The same goes for children, except that you dial 911 or the police for complaining about any injustice or cruelty towards them. One couple we were well acquainted with told us about a dreadful incident when a policeman suddenly turned up in their house one day and demanded to inspect the premises. All this was simply because the mother had been working in the garden at the back, the father was at office and the child, waking up from a nap and unable to locate his mother indoors, had gone down the back stairs and wandered into the front-yard of the house, unattended and crying. This policeman, who had unfortunately been strolling past at that very moment, accompanied the child indoors. The mother had returned by this time and been about to search for the child herself. Instead, she was faced with a volley of candid questions regarding where they slept, where the child slept, whether the child had a room to himself (which is apparently his legal right if he's over 2 years of age), whether the child had enough toys to play with, whether he went to school etc etc. The child himself, a sweet and intelligent if slightly precocious 4 year old, was even questioned as to whether he was physically abused or mistreated or forced to do anything he didn't want to do and other such stuff. After they finished relating the incident, we were as traumatised as the couple in question had then been. For heaven's sake, do they think we'd do unmentionable things to our own children ? Granted that there are a few cases (back home, there are quite a few) where children have been scarred for life by domestic abuse, pressures and mishaps, I'd still like to believe that that's not the case in general. By far, these are all exceptions and rare instances and however corrupt the world may seem to be nowadays, the bond between parents and their offspring still holds as sacred as it has been down the ages. And in any case, I always feel that it's better to have the proper laws in place to discourage exceptional cases of misdoing rather than bodily and universally impose them on people, which leaves them feeling that they should love and treat their children well because the law enforces them to rather than their own parental and societal instincts. Too much advancement can cause our undoing, as the incident narrated above may well illustrate.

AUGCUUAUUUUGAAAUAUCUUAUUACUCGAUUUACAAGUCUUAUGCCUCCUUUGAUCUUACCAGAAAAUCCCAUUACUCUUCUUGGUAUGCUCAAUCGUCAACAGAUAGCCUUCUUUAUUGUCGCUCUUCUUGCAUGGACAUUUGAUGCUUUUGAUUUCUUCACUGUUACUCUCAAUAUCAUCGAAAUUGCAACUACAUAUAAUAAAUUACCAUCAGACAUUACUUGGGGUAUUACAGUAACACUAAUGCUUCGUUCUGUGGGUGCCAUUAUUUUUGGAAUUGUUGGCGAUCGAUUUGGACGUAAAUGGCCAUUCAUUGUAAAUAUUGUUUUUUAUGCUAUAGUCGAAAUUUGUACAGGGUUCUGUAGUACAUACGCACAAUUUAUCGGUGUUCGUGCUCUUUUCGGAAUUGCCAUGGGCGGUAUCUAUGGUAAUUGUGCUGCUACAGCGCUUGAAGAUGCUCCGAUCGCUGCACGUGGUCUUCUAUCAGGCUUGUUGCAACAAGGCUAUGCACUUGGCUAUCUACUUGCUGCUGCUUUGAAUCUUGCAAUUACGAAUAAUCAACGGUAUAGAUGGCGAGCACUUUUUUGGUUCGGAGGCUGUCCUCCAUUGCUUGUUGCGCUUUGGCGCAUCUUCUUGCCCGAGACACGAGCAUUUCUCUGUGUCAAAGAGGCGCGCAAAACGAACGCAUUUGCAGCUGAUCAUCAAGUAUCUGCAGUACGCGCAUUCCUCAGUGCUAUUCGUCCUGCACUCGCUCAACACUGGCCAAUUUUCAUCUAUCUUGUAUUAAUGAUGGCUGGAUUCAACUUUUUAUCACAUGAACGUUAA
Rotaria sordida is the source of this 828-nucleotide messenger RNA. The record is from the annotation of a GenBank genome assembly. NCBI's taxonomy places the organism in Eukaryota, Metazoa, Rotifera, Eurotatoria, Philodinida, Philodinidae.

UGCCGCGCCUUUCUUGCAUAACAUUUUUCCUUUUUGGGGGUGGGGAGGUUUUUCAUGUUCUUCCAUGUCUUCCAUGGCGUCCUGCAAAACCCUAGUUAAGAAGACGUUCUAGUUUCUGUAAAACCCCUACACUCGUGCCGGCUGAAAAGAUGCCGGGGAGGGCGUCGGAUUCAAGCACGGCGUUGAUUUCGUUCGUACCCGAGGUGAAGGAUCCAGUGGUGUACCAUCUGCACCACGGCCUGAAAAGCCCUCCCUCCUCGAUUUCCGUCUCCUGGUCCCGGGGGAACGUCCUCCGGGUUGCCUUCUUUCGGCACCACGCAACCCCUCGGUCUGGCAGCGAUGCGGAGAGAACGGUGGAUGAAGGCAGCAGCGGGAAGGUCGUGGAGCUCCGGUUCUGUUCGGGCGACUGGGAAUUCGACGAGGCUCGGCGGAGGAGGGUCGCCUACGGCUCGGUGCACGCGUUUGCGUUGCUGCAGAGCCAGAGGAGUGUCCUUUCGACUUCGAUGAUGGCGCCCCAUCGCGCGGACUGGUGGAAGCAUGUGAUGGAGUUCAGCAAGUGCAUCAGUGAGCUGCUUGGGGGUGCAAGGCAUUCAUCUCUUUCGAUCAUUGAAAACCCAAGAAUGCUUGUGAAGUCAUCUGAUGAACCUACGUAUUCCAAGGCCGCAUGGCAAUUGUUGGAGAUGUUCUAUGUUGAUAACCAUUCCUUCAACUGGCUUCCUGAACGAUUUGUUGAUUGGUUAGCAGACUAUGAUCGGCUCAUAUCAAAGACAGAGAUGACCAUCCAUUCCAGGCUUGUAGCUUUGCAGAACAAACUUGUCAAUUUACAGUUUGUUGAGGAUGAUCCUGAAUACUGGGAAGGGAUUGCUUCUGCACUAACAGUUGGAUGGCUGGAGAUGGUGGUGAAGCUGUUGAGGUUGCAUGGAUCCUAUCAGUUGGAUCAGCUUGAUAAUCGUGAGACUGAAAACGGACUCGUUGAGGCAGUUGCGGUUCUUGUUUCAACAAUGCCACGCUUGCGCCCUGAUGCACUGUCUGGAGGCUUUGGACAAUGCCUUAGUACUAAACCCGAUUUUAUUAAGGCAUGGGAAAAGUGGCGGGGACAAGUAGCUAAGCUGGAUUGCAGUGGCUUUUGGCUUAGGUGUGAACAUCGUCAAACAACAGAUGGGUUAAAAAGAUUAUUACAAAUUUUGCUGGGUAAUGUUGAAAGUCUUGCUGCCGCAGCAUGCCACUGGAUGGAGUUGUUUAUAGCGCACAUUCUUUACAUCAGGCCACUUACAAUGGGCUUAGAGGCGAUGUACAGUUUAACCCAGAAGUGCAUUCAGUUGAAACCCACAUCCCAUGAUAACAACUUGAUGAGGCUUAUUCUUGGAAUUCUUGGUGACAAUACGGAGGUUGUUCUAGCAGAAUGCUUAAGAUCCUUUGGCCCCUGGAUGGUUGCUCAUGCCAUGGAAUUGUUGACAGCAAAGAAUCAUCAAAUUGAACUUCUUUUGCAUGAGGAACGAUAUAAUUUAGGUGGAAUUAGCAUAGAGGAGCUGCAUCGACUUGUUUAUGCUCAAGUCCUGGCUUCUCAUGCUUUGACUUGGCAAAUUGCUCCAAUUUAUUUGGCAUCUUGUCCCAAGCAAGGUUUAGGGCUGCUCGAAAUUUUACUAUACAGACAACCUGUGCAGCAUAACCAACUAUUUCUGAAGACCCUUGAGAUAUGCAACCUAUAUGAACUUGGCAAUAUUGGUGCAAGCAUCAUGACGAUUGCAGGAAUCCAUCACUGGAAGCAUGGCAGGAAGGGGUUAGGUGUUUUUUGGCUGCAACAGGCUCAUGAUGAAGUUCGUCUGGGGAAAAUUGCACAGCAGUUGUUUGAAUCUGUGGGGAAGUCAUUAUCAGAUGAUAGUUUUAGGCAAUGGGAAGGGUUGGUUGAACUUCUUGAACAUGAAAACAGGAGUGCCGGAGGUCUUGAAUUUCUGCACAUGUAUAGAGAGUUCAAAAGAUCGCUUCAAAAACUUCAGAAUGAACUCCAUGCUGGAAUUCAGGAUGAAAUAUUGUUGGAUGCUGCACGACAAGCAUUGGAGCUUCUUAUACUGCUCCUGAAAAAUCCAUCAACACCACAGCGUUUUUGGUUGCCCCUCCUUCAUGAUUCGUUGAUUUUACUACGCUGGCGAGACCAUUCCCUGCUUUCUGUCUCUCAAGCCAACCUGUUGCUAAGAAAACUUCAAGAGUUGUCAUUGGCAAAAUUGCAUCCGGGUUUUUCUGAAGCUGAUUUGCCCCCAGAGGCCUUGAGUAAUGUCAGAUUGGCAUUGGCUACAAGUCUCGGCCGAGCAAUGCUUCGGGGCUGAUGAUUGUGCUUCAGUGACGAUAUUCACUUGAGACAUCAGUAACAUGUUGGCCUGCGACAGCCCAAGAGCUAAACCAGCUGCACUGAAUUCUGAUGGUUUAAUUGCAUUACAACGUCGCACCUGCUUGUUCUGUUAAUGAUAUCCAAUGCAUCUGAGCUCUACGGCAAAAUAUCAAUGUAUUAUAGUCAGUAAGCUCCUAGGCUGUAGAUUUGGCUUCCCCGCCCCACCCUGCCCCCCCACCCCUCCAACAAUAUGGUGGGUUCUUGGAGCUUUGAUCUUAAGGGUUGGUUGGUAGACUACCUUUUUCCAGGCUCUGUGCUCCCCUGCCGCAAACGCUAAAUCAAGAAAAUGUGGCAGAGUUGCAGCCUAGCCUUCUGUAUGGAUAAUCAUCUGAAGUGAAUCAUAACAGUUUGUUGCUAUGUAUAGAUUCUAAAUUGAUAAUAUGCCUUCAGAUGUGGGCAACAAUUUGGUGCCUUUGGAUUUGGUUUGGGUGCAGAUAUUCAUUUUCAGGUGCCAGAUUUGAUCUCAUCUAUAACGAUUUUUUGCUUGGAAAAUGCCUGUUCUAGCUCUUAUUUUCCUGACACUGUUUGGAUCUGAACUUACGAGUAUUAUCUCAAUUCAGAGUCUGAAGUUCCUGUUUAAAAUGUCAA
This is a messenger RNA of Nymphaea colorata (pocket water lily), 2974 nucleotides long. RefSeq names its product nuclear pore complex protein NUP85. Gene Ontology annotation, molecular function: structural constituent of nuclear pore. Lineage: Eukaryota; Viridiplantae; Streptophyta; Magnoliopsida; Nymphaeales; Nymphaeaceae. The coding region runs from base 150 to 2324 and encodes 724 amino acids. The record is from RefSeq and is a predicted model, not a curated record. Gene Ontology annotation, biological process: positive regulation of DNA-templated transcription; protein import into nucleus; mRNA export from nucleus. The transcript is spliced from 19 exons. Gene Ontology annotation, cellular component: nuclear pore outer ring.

These are sad times indeed, when you have to live in fear of your own pets and offspring, alive to the dangers of treading on their carefully cordoned-off territory and not being able to make use of the best arbiter of ethics and principles in our everyday words and actions : our conscience.

Monday, August 10, 2009

The Avocado

My latest crush is on the avocado. Sorry folks, I'm too old to go ga-ga over Bollywood any more, although I must admit to drooling over Imraan Khan once in a while (I even dreamed that I came across him in a library the other day !) but mostly I've got over the oh-I-shall-die-if-I-don't meet/get-this-person phase. My obsessions have been considerably diet-related, more healthy and less sinful of late.

As I was saying, I'm in love with the fruit that is called the avocado. I watched Rachel Ray, Ina Garten and Sandra Lee use it in their cooking, especially the salads, quite frequently. Well, I thought, why not try it myself ? After all, we'll be returning home sooner or later and it's not really a native to that part of the world, so let's capitalise on its easy availability here pronto. Hence, the next time we were at the Hillsborough Farmer's Market, I spent quite some time at one particular corner of the fruit section, eyeing the heap of freshly stocked avocados. Here I came up against a curious obstacle. Most of the fruits were dark green and one-fourth of the stock a grim purplish-black. I wasn't sure which one I should be opting for and what the difference between them might be. After much brainstorming, I decided the green ones looked more palatable and selected two of the same.

The Hillsborough Farmer's Market :

I was to discover to my misery that the green ones were green in all senses of the word. It was the unimpressive looking (and ripe) blackish ones that I should have shortlisted. Not having watched the cooking shows that closely, I now became a victim of my culinary ignorance. Especially since I had pounced on the first one immediately after my return from the market and been preparing to add it to a fruit salad for lunch where the sweeter fruit flavours might serve to conceal the taste of the avocado to K, in case he took a dislike to it (I'm never sure about him when it comes to a new food item). The moment I found it too hard to cut with a sharp knife, I knew something was wrong (with the fruit, silly, not me). After a lot of manual effort (with a variety of kitchen tools), I managed to dissect it, only to find the interior quite leathery and orange-green, which gave away the fact that it was yet to ripen. Disappointed, I wrapped it in a plastic bag and kept it on top of the fridge, so that it could make its slow way to maturity.